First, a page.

Fun And Games Off Duty · Protect and Serve

Christmas Eve MVA

Christmas Eve MVA

This one time, at Band camp….no, wait: that doesn’t seem quite right….

Oh, yeah: TINS©, TIWFDASL©…(no, not altogether correct, either…). Well, I was NOT FDASL, rather I was visiting The Momette, in The Un-Named Maternal State, and, it being Christmas Season, I was shopping for Christmas presents for the family. Indeed, it was Christmas Eve (for am I not well prepared, and forward thinking? Well, no, not so much) when my brother, The Attorney, and I were attempting to find an open store for the Christmas Shopping, that I had not yet accomplished.

So, there I was, motoring down the highway, and my brother, a veritable fountain of trivia (as is his brother, come to think of it), observed, “They call this stretch of highway the Death Mile, because it narrows from 4 lanes to two, just ahead here, and there are a bunch of collisions right along here.”

How interesting. Just about that moment, I noted beacons in my rear view mirror, and moved to the right to allow a Maternal State Police Trooper to zoom past us at flank speed, siren wailing and beacons flashing. The Attorney commented, “He sure seems like he is in a hurry! Wonder why?”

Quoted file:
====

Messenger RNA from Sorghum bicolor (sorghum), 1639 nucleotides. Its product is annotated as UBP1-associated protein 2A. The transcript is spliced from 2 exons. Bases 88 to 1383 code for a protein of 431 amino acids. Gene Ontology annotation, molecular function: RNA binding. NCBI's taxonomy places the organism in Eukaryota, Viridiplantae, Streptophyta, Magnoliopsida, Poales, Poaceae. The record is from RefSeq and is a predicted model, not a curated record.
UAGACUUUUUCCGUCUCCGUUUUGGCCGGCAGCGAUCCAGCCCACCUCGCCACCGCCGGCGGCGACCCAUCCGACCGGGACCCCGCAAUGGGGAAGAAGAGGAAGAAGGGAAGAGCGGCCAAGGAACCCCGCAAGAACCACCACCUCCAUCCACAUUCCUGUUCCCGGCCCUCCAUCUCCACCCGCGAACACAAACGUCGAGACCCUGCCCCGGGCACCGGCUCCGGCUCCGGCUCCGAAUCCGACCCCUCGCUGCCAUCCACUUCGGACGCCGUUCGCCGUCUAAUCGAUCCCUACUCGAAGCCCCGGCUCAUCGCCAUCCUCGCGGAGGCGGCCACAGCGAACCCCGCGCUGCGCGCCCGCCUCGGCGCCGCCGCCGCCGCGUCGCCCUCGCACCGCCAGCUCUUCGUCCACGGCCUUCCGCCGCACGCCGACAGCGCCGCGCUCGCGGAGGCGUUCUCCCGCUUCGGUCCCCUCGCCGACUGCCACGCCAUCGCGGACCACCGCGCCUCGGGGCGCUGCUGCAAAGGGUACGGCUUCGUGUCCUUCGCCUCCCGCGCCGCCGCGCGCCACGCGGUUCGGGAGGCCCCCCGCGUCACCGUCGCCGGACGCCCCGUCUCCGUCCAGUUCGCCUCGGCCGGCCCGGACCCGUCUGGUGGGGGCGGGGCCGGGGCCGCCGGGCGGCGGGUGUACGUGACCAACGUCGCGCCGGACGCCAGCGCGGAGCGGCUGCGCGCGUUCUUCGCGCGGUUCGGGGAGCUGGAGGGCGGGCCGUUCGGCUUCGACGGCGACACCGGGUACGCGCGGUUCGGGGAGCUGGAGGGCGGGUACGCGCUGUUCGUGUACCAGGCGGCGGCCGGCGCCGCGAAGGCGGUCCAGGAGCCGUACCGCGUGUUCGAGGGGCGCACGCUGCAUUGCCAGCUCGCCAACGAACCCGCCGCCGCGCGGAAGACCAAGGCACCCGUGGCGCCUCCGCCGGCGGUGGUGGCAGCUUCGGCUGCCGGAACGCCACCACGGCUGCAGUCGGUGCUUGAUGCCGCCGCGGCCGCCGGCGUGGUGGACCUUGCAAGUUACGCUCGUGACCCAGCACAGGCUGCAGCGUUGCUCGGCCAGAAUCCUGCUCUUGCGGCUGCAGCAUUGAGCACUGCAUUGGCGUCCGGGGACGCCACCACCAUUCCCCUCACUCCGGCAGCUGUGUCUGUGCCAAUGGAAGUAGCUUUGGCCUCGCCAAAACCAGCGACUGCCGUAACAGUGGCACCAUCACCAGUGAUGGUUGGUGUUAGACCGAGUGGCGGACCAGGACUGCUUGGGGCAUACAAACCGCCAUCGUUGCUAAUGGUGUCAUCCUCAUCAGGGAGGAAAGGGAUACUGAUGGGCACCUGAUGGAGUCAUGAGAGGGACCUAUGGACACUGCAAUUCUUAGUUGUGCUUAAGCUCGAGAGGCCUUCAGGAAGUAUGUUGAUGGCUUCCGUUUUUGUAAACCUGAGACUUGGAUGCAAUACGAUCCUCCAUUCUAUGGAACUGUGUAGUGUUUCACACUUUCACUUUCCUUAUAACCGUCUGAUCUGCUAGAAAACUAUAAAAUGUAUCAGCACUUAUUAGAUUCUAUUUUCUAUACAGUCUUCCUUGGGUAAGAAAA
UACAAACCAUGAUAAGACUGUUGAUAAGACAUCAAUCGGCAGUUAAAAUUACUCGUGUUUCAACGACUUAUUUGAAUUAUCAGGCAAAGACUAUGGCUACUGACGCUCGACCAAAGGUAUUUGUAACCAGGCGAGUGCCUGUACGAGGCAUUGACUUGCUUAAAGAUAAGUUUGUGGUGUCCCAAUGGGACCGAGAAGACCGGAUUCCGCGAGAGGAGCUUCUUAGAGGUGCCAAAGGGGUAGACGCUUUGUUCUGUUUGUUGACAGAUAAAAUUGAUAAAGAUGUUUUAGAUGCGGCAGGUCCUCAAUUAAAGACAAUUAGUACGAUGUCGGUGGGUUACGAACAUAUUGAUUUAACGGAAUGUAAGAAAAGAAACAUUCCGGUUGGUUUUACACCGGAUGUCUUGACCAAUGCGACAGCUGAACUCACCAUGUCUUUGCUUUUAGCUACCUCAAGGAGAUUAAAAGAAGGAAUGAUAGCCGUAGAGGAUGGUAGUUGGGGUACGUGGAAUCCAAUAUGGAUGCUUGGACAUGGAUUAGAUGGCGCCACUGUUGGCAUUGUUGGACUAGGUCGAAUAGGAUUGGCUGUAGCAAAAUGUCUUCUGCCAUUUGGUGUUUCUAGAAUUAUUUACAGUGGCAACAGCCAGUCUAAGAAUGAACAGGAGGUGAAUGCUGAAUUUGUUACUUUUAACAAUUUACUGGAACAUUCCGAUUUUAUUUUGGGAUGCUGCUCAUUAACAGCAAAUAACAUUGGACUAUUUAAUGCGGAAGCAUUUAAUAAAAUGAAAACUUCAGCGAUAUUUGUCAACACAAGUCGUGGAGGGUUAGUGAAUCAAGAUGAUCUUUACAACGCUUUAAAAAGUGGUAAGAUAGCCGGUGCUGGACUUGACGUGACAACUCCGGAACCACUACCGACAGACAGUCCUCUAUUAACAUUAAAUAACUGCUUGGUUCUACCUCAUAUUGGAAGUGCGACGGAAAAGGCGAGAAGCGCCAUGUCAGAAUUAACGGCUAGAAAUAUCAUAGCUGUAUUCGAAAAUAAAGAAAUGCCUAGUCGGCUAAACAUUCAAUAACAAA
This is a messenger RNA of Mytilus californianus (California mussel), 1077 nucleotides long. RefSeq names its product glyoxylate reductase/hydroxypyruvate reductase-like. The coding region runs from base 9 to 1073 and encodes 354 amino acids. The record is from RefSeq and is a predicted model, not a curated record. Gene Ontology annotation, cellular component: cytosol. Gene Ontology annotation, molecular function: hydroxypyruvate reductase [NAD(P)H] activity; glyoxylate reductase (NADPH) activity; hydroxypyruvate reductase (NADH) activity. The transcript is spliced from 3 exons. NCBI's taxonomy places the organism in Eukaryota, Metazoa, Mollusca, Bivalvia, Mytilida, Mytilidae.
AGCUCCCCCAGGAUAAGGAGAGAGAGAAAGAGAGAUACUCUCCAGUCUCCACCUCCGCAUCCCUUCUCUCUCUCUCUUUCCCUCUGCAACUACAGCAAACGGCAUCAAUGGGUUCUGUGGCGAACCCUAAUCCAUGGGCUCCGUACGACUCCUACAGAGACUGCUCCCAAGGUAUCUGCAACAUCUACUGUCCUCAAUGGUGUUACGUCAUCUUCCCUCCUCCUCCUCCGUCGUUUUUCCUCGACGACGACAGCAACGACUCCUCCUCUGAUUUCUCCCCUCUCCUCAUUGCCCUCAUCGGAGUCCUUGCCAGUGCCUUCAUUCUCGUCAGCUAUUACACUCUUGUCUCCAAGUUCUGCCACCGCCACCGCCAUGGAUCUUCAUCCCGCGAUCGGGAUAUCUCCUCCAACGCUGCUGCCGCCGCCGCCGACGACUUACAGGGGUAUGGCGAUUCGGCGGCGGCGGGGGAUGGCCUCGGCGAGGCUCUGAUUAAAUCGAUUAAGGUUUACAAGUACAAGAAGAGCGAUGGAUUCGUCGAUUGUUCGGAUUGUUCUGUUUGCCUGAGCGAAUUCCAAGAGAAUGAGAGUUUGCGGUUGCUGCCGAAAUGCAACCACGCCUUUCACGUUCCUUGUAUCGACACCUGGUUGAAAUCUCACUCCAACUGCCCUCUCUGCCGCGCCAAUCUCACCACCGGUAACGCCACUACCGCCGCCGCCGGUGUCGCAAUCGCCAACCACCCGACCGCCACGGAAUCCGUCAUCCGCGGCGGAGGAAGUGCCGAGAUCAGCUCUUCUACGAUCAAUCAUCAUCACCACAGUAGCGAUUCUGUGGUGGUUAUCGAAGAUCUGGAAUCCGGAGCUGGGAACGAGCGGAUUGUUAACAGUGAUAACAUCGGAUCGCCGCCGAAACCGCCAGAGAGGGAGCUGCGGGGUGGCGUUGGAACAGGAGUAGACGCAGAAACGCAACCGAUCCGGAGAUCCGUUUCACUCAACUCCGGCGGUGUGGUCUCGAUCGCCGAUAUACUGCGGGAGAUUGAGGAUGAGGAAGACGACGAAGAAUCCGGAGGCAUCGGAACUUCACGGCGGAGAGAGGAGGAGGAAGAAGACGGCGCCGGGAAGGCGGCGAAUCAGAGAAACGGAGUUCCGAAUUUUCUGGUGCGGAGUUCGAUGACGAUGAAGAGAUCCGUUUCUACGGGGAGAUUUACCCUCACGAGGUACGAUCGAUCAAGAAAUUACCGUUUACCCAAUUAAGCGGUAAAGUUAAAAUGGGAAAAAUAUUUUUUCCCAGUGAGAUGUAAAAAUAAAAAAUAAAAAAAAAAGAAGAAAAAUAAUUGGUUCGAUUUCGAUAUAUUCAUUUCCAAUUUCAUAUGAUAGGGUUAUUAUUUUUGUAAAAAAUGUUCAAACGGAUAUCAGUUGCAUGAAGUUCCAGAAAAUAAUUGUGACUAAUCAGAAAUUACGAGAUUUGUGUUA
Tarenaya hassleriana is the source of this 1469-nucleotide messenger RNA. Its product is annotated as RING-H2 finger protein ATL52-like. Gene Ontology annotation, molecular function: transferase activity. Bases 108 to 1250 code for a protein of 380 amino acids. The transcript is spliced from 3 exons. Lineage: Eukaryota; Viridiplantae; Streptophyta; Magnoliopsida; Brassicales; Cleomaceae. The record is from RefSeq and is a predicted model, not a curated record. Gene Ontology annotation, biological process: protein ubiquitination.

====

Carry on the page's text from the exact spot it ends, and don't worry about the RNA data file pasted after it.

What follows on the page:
A few seconds later, ANOTHER Maternal State Police Trooper zipped past us, at about Warp 8, similarly beaconing and sirening, and sped around the upcoming corner and off into the distance.

As we, ourselves, rounded the curve, I noted chaos, as one would normally find at the scene of a high speed collision. Indeed, it certainly appeared that there had been such a collision, with three cars scattered across several lanes, and the shoulders, of the roadway. I parked on the shoulder, clear of the debris, and alighted. Approaching one of the troopers, I introduced myself. “I’m an off duty medic from Da City, Can I help?”

The trooper looked over my shoulder, and pointed. “Yep. Talk to those guys, right there.”